Apparel makers stress manmade fibres, new markets to achieve $100b export target

Bangladesh’s apparel industry needs to increase production of manmade fiber-based items, explore new markets, and attract more investment in the textile industry to reach the $100 billion export target by 2030, said garment and textile sector leaders on Sunday.

While speaking at a parallel session of the Bangladesh Business Summit 2023 on its second day, they said overconcentration to five core items – trousers, T-shirts, sweaters, shirts and blouses, and underwear – and two markets – Europe and the USA – is one of the major challenges for the Bangladesh apparel industry.

They also mentioned that investment in skills development, design, innovation, efficiency, and recycling technology is also important for the Bangladesh textile and clothing industry to achieve its goal.

At the session, styled “Towards a $100 Billion Apparel and Textile Sector: Leveraging Sustainability, Competitiveness, and Investment Opportunities”, Bangladesh Garment Manufacturers and Exporters Association President Faruque Hassan said that the Russia-Ukraine war-driven high inflation in developed countries and climate changes are also the top risks for Bangladesh apparel industry.

Bangladesh’s apparel industry needs more investment in the backward linkage industry to develop a strong artificial fibre base as the global demand has been changing towards non-cotton and circular fashion products, he said.

Faruque Hassan also emphasised apparel diplomacy to gain more global market share saying that overconcentration to a few products and markets was a concern for the country.

In the keynote paper Azizur Rahman Chowdhury, director of the Bangladesh Textile Mills Association said that investing in sustainability, increasing competitiveness, and leveraging investment opportunities are the key to achieving $100 billion in textile and clothing exports by 2030.

He said that Bangladesh has a scope to increase its apparel export by $58 billion by receiving 10% of the China market valued at $16 billion, 10% of the EU market valued at $17 billion, exporting technical textiles worth $10 billion, and World Growth Potential about 8% valued at $15 billion.

At the same time, the industry should graduate from low-value-added products to value-added products, he added.

Mohammad Ali Khokon, president of the Bangladesh Textile Mills Association, said clothing made of synthetic materials, technical textiles, and other diversified sustainable items could play a significant role in achieving $100 billion in export earnings from RMG by 2030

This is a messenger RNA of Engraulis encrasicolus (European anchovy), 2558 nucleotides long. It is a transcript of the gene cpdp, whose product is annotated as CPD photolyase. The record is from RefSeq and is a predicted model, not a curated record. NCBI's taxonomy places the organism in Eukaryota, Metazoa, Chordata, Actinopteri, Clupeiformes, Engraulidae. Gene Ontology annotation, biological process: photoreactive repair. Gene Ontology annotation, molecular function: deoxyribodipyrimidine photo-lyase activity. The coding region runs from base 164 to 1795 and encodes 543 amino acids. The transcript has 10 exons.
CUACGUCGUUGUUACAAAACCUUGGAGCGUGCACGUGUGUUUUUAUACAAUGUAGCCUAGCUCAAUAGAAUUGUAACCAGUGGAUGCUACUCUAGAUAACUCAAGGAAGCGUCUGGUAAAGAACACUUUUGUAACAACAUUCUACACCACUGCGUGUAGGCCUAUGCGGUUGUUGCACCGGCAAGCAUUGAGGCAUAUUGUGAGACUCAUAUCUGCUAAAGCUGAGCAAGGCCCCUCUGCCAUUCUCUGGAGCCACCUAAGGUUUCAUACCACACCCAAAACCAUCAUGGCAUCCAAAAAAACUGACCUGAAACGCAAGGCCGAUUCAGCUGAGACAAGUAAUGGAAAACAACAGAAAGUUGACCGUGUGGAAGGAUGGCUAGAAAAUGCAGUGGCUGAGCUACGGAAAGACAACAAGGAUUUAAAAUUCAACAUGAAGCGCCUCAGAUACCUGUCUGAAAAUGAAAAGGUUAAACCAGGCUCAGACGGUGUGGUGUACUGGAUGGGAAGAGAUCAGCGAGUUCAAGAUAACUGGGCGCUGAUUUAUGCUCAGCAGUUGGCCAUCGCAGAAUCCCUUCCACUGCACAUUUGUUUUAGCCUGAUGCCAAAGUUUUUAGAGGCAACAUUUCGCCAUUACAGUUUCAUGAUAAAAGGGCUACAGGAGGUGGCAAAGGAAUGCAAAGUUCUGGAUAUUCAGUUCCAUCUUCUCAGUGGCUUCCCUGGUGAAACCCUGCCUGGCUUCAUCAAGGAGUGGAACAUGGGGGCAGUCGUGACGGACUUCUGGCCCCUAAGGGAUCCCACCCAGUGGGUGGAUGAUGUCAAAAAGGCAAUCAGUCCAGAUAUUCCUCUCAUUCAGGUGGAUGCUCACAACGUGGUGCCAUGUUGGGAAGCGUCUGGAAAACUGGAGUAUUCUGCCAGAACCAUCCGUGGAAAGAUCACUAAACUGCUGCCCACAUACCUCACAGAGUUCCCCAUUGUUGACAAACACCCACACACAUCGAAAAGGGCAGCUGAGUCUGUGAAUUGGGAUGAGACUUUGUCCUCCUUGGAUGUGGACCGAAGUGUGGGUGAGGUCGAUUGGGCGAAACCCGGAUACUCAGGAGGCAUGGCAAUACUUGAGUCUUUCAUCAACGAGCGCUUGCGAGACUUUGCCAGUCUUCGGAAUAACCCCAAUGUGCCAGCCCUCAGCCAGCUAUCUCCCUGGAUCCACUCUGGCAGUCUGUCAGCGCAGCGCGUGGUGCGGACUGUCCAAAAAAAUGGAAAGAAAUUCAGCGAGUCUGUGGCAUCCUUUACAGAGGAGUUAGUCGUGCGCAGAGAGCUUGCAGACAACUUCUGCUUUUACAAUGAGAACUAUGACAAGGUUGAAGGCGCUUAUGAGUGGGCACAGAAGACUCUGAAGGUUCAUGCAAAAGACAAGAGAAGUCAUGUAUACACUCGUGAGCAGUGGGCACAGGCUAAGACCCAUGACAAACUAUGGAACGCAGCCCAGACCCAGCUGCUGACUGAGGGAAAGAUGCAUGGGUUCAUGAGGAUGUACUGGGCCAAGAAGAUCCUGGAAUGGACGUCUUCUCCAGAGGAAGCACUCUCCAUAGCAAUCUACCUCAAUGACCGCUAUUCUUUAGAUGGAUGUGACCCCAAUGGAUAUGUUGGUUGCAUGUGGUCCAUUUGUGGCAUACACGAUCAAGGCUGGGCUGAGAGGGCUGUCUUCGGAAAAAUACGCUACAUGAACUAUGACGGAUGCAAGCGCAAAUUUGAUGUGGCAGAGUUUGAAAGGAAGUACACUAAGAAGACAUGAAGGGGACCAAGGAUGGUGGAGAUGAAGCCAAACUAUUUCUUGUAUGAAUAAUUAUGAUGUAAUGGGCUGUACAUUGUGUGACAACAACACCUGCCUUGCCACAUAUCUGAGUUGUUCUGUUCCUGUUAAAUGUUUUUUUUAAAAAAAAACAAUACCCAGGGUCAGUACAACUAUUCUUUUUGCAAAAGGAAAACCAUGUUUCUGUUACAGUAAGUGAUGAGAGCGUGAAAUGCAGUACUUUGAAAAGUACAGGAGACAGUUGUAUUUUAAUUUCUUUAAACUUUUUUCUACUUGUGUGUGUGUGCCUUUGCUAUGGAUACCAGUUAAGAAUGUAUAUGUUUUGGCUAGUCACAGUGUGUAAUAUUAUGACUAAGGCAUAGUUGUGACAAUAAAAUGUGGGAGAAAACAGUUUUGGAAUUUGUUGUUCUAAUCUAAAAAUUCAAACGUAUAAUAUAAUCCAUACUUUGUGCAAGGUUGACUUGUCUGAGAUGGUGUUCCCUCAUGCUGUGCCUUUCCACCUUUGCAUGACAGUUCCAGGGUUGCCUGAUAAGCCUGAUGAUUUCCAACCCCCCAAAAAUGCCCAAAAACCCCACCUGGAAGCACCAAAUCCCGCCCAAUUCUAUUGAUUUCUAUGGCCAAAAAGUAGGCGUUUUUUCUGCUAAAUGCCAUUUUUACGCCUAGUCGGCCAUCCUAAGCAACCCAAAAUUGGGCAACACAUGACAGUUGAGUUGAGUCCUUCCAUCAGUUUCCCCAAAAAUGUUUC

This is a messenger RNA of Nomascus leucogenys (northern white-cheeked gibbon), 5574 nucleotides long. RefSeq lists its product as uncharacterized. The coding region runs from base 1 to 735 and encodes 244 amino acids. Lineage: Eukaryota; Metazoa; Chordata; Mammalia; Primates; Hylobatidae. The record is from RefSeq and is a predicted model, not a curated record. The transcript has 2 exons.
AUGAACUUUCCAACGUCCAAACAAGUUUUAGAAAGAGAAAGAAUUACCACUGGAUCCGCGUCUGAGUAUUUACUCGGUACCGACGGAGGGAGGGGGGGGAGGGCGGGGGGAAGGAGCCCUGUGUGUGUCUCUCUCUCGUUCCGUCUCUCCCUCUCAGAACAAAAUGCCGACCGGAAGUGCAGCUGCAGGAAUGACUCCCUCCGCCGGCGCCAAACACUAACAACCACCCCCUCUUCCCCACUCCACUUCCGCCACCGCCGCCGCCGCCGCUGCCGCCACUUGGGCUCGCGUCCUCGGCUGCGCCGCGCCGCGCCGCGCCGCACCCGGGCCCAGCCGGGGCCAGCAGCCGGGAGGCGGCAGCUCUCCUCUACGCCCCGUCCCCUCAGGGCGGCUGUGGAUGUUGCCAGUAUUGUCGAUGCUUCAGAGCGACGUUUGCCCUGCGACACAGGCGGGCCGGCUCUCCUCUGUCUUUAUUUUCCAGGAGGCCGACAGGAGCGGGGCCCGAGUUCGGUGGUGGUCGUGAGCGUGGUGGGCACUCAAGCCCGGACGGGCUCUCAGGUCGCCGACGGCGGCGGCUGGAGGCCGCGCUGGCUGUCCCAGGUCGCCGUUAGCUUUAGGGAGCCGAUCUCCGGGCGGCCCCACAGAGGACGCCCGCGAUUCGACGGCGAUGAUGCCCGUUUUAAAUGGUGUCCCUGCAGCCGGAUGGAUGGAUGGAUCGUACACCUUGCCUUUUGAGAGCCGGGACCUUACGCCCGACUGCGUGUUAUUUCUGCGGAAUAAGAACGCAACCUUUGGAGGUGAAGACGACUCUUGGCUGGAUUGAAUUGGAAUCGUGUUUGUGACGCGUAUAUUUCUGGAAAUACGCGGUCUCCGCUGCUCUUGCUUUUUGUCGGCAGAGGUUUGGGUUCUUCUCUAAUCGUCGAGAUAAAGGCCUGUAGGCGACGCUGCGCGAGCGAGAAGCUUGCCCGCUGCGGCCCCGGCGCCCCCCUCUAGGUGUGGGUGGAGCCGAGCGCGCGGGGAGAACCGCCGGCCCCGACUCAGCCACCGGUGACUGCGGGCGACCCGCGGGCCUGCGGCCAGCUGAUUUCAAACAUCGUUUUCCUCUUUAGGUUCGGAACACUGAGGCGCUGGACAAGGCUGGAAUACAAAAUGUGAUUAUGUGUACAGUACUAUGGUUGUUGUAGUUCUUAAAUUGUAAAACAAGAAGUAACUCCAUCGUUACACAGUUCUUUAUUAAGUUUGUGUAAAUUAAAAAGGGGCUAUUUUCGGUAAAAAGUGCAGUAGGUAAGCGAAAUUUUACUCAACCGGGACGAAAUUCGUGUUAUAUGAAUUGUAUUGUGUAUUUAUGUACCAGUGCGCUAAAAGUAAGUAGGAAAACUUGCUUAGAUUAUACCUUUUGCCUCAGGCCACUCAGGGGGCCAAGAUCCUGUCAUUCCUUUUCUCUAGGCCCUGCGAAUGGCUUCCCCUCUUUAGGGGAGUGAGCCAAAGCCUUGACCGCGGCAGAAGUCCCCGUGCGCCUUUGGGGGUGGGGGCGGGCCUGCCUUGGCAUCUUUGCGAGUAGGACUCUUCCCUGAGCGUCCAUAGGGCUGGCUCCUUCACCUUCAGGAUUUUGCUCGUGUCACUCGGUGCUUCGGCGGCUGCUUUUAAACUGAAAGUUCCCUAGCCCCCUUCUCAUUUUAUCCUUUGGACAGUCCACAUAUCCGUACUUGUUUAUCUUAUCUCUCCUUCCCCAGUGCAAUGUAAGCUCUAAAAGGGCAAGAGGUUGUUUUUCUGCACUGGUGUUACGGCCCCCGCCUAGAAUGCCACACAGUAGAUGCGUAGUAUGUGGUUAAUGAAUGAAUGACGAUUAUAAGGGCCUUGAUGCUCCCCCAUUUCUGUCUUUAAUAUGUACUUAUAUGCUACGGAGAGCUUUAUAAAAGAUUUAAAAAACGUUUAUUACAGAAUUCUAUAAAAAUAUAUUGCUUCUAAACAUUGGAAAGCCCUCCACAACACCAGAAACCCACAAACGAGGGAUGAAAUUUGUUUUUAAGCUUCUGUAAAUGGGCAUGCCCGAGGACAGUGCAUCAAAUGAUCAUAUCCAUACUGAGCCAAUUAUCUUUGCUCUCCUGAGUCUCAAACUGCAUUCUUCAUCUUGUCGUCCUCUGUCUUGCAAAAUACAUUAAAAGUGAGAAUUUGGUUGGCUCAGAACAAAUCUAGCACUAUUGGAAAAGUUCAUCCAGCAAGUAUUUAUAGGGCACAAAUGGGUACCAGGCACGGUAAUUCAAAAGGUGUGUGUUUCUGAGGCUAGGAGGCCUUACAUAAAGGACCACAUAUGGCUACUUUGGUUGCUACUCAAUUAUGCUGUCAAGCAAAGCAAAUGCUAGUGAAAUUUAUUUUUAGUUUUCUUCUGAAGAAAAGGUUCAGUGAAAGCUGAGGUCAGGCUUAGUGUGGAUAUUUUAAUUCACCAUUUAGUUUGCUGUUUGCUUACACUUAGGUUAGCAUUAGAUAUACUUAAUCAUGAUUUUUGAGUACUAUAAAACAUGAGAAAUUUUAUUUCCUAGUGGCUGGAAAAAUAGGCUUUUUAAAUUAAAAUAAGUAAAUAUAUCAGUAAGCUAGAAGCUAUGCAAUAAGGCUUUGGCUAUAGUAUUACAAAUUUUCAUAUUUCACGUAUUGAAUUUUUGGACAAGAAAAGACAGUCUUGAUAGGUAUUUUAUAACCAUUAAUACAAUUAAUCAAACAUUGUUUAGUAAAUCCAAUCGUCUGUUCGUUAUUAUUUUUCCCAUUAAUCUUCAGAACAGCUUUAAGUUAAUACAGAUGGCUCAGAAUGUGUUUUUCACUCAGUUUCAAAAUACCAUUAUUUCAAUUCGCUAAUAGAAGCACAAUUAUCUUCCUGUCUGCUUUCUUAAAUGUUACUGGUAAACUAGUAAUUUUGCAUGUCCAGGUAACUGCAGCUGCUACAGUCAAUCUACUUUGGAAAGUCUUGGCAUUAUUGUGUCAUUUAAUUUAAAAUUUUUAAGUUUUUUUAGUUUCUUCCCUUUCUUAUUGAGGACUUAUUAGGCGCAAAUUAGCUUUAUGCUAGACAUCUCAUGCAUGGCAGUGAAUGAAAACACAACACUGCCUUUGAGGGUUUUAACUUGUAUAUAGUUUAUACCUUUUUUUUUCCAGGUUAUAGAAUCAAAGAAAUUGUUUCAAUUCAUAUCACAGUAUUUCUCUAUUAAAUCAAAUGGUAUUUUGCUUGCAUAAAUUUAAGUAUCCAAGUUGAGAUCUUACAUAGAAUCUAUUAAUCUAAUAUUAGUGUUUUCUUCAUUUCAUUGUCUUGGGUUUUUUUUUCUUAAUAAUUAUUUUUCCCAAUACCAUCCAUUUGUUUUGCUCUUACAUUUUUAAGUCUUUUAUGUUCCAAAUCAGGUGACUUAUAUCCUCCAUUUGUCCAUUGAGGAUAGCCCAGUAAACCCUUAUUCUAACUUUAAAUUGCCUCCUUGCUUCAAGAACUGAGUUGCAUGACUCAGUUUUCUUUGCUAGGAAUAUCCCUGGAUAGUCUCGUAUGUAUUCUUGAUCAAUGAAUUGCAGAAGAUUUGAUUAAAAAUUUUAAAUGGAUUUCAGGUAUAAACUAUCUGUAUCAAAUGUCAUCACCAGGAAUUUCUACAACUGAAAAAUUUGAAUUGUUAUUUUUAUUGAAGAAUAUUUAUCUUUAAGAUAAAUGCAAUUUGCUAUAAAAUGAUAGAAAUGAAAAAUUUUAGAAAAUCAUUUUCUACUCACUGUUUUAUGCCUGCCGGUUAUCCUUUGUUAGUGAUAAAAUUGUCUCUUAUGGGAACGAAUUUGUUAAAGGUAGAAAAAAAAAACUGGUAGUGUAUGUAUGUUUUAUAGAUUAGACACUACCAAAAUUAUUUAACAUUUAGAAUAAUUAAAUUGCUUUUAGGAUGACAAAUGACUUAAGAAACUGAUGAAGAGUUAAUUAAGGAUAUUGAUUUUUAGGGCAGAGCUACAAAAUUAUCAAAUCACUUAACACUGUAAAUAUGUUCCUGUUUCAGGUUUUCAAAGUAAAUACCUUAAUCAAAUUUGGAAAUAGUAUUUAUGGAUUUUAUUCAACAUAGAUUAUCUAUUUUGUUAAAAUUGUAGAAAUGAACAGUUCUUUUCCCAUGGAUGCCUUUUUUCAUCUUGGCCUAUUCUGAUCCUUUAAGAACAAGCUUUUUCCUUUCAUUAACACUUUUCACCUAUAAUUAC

Investment in man-made fibre is rising considerably and policymakers should pay attention to its expansion, he said.

Shafiul Islam Mohiuddin, a member of the parliament and also a former president of the BGMEA, stressed a unified code of conduct from global buyers for social compliance audits saying the industry was struggling with inspection fatigue.

Regarding workers’ wages in the readymade garment sector, he said the minimum wages are being reviewed every five years by the minimum wage board.

The process for reviewing wages has started as a five-year period has gone past since the last review.

Mohammad Hatem, executive president of the Bangladesh Knitwear Manufacturers and Exporters Association, also urged the brands and buyers for a unified certification system for the RMG industry.

Bangladesh’s garment industry can improve its competitiveness by developing a comprehensive supply chain that includes backward and forward linkages together, he said.

Sree Devi Kalavakonalu, senior director of Walmart, mentioned that the world is facing a challenge of how to increase production volume in a sustainable manner, adding that all companies should think about how to improve the sustainability of their textile supply chain.

“Walmart is working with its suppliers, NGOs, and other stakeholders to improve the sustainability of our textile supply chain,” Sree Devi said.

Speaking at the session, Textile and Jute Minister Golam Dastagir Gazi suggested that the textile and RMG sector leaders go to the prime minister with their demands in writing before the formulation of the forthcoming national budget.

He said the government increased the price of gas with the consent of businesses to reduce subsidies in the sector as the energy price increased abnormally on the global market.

The minister also said that the gas supply has improved and normal supply would be ensured within the next one or two weeks.

Asif Ashraf, a BGMEA director, said automation, technological upgradation, skills development of workers, and policy support from the government including incentives in MMF are needed to achieve the $100 billion export earnings target by 2030.